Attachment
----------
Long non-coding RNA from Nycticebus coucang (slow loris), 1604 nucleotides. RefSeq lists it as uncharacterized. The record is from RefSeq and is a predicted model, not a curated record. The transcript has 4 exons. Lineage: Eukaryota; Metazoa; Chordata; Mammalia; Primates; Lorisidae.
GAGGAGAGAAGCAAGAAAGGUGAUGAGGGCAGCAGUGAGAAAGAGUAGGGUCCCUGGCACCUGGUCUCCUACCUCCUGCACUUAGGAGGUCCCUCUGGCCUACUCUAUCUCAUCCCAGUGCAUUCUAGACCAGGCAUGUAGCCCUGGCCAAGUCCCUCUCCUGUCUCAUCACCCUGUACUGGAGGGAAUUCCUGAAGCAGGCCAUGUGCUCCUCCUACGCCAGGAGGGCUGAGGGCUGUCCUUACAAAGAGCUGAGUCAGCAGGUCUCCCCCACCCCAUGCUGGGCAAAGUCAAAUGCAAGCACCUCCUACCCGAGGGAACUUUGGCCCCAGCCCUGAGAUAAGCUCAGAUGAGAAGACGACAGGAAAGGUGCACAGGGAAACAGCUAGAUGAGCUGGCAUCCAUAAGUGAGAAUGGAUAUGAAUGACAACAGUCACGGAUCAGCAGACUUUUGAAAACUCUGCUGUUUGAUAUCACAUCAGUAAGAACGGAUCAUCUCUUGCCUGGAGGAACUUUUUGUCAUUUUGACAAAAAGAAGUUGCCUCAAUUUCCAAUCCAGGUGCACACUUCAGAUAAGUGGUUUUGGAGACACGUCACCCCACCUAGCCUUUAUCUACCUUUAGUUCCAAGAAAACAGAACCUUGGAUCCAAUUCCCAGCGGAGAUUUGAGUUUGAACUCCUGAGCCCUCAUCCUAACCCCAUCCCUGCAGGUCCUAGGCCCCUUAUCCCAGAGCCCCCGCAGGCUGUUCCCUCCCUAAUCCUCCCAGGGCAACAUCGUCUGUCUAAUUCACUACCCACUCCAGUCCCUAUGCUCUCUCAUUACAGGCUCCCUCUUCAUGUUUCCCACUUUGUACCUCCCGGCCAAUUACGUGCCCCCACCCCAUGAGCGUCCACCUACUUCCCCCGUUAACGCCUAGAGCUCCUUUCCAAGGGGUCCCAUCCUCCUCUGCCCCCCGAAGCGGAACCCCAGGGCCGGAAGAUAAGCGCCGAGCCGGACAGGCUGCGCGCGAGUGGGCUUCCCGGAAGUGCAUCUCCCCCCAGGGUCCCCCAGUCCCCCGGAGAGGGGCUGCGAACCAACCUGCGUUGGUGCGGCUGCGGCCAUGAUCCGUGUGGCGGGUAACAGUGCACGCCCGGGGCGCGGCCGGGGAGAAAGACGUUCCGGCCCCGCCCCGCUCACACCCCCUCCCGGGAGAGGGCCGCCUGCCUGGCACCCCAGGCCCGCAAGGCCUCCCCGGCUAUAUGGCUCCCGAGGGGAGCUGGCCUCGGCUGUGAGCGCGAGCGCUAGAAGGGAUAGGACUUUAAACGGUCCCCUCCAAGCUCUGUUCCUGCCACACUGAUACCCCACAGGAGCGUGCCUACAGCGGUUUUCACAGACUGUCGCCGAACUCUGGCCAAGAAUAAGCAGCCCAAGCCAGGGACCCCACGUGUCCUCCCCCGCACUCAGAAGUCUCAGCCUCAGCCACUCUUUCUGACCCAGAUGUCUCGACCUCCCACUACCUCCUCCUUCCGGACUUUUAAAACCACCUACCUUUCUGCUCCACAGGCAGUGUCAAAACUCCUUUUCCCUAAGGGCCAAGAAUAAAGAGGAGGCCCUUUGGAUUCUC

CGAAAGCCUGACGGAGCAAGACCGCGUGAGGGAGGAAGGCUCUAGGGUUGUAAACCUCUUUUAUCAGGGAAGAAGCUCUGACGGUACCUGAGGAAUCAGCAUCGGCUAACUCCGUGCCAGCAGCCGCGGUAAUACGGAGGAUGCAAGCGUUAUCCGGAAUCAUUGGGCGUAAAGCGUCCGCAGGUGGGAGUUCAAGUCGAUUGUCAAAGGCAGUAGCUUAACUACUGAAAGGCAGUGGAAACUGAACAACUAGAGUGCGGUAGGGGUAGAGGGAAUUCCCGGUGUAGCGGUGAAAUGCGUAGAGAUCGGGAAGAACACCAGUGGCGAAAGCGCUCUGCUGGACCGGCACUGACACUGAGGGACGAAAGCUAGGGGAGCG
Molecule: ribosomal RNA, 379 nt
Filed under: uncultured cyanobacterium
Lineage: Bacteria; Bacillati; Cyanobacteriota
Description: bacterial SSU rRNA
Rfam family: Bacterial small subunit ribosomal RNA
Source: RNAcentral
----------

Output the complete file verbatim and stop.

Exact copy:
Long non-coding RNA from Nycticebus coucang (slow loris), 1604 nucleotides. RefSeq lists it as uncharacterized. The record is from RefSeq and is a predicted model, not a curated record. The transcript has 4 exons. Lineage: Eukaryota; Metazoa; Chordata; Mammalia; Primates; Lorisidae.
GAGGAGAGAAGCAAGAAAGGUGAUGAGGGCAGCAGUGAGAAAGAGUAGGGUCCCUGGCACCUGGUCUCCUACCUCCUGCACUUAGGAGGUCCCUCUGGCCUACUCUAUCUCAUCCCAGUGCAUUCUAGACCAGGCAUGUAGCCCUGGCCAAGUCCCUCUCCUGUCUCAUCACCCUGUACUGGAGGGAAUUCCUGAAGCAGGCCAUGUGCUCCUCCUACGCCAGGAGGGCUGAGGGCUGUCCUUACAAAGAGCUGAGUCAGCAGGUCUCCCCCACCCCAUGCUGGGCAAAGUCAAAUGCAAGCACCUCCUACCCGAGGGAACUUUGGCCCCAGCCCUGAGAUAAGCUCAGAUGAGAAGACGACAGGAAAGGUGCACAGGGAAACAGCUAGAUGAGCUGGCAUCCAUAAGUGAGAAUGGAUAUGAAUGACAACAGUCACGGAUCAGCAGACUUUUGAAAACUCUGCUGUUUGAUAUCACAUCAGUAAGAACGGAUCAUCUCUUGCCUGGAGGAACUUUUUGUCAUUUUGACAAAAAGAAGUUGCCUCAAUUUCCAAUCCAGGUGCACACUUCAGAUAAGUGGUUUUGGAGACACGUCACCCCACCUAGCCUUUAUCUACCUUUAGUUCCAAGAAAACAGAACCUUGGAUCCAAUUCCCAGCGGAGAUUUGAGUUUGAACUCCUGAGCCCUCAUCCUAACCCCAUCCCUGCAGGUCCUAGGCCCCUUAUCCCAGAGCCCCCGCAGGCUGUUCCCUCCCUAAUCCUCCCAGGGCAACAUCGUCUGUCUAAUUCACUACCCACUCCAGUCCCUAUGCUCUCUCAUUACAGGCUCCCUCUUCAUGUUUCCCACUUUGUACCUCCCGGCCAAUUACGUGCCCCCACCCCAUGAGCGUCCACCUACUUCCCCCGUUAACGCCUAGAGCUCCUUUCCAAGGGGUCCCAUCCUCCUCUGCCCCCCGAAGCGGAACCCCAGGGCCGGAAGAUAAGCGCCGAGCCGGACAGGCUGCGCGCGAGUGGGCUUCCCGGAAGUGCAUCUCCCCCCAGGGUCCCCCAGUCCCCCGGAGAGGGGCUGCGAACCAACCUGCGUUGGUGCGGCUGCGGCCAUGAUCCGUGUGGCGGGUAACAGUGCACGCCCGGGGCGCGGCCGGGGAGAAAGACGUUCCGGCCCCGCCCCGCUCACACCCCCUCCCGGGAGAGGGCCGCCUGCCUGGCACCCCAGGCCCGCAAGGCCUCCCCGGCUAUAUGGCUCCCGAGGGGAGCUGGCCUCGGCUGUGAGCGCGAGCGCUAGAAGGGAUAGGACUUUAAACGGUCCCCUCCAAGCUCUGUUCCUGCCACACUGAUACCCCACAGGAGCGUGCCUACAGCGGUUUUCACAGACUGUCGCCGAACUCUGGCCAAGAAUAAGCAGCCCAAGCCAGGGACCCCACGUGUCCUCCCCCGCACUCAGAAGUCUCAGCCUCAGCCACUCUUUCUGACCCAGAUGUCUCGACCUCCCACUACCUCCUCCUUCCGGACUUUUAAAACCACCUACCUUUCUGCUCCACAGGCAGUGUCAAAACUCCUUUUCCCUAAGGGCCAAGAAUAAAGAGGAGGCCCUUUGGAUUCUC

CGAAAGCCUGACGGAGCAAGACCGCGUGAGGGAGGAAGGCUCUAGGGUUGUAAACCUCUUUUAUCAGGGAAGAAGCUCUGACGGUACCUGAGGAAUCAGCAUCGGCUAACUCCGUGCCAGCAGCCGCGGUAAUACGGAGGAUGCAAGCGUUAUCCGGAAUCAUUGGGCGUAAAGCGUCCGCAGGUGGGAGUUCAAGUCGAUUGUCAAAGGCAGUAGCUUAACUACUGAAAGGCAGUGGAAACUGAACAACUAGAGUGCGGUAGGGGUAGAGGGAAUUCCCGGUGUAGCGGUGAAAUGCGUAGAGAUCGGGAAGAACACCAGUGGCGAAAGCGCUCUGCUGGACCGGCACUGACACUGAGGGACGAAAGCUAGGGGAGCG
Molecule: ribosomal RNA, 379 nt
Filed under: uncultured cyanobacterium
Lineage: Bacteria; Bacillati; Cyanobacteriota
Description: bacterial SSU rRNA
Rfam family: Bacterial small subunit ribosomal RNA
Source: RNAcentral